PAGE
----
Sunday, April 12, 2009

A modern altar

click photo to enlarge
The builders of churches have always been very aware of technological progress and fashion. When a new construction technique was devised - say the pointed arch that allowed wider spaces to be spanned and heavier loads to be carried than the existing rounded arches could manage - it soon spread across Europe as builders capitalised on the advantages that it conferred on their structures. Similarly, in the 1200s stylized foliage was preferred for the capitals of columns in England, but by the 1300s naturalistic carving of recognisable leaves, fruit and animals became the fashion, and held sway for many years. All this was very handy for architectural historians because it made it much easier to discern and describe a sequence of styles down the ages. The Victorians departed from this trend, when from the 1840s they tried to build in a Gothic style that looked authentically medieval. But, by the 1870s this had evolved into a recognisably C19 version of Gothic, and fashion re-asserted itself.

Today, the few new churches that are built are invariably of their time, using modern materials, methods and construction. However, they still usually carry an updated traditional motif or element - pointed windows, towers, fleches, etc - that signals "this is a church." The furnishings of churches vary in the degree of modernity that they exhibit. Where a new room is added inside a medieval building there is usually an attempt to "fit in" with the older fabric, and if it has an external wall a greater effort is generally made. Pulpits, altars and seating often combine a new style with traditional elements, though some progressive churches do commission furnishings with designs that don't draw on historical precedents: today's photograph is one such example. It shows an altar erected in 2005 at St Andrew, Holt, in Norfolk. The building has medieval elements dating back to the C14, but a fire in the C18 and vigorous Victorian restoration has altered the church more than many. Perhaps that made it easier to commission this very modern design when a Chapel of the Holy Sacrament was being established. It's the only altar I've ever seen that is bracketed off a wall. However, the elegant design, simple, but extremely striking lighting, and big flanking candlesticks make a very effective composition.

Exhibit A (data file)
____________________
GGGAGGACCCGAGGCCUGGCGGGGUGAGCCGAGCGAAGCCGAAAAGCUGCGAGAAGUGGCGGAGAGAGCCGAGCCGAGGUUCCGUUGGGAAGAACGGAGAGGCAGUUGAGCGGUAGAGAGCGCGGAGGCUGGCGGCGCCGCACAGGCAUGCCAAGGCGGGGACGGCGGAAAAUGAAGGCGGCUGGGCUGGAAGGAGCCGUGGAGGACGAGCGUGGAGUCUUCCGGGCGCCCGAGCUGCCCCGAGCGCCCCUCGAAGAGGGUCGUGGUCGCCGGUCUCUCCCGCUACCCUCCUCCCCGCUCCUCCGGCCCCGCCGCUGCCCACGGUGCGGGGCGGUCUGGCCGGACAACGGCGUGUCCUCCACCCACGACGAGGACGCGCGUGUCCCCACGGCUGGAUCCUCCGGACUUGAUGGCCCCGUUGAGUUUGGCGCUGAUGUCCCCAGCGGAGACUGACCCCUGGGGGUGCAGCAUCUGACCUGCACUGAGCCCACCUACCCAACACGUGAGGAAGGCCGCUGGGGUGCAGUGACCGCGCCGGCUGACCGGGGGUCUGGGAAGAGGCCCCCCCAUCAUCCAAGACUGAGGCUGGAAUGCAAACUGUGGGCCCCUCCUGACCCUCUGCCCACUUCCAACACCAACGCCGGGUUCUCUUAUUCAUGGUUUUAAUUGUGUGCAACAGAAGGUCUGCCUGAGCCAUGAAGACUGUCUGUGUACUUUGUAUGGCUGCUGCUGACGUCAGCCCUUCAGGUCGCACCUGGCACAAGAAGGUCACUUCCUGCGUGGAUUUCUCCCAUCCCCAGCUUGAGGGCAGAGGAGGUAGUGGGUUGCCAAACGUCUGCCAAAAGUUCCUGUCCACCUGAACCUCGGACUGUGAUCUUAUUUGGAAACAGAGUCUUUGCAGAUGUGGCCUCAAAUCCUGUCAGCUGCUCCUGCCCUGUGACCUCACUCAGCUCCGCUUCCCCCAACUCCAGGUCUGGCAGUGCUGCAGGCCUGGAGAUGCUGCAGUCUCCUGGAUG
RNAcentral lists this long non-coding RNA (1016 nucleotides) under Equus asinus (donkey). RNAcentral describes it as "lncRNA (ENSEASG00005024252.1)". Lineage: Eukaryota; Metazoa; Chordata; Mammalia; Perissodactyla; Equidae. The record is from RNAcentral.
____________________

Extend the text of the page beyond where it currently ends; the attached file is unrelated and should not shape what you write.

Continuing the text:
photograph & text (c) T. Boughen

Camera: Olympus E510
Mode: Aperture Priority
Focal Length: 16mm (32mm/35mm equiv.)
F No: f5.6
Shutter Speed: 1/15 seconds
ISO: 800
Exposure Compensation: -0.3 EV
Image Stabilisation: On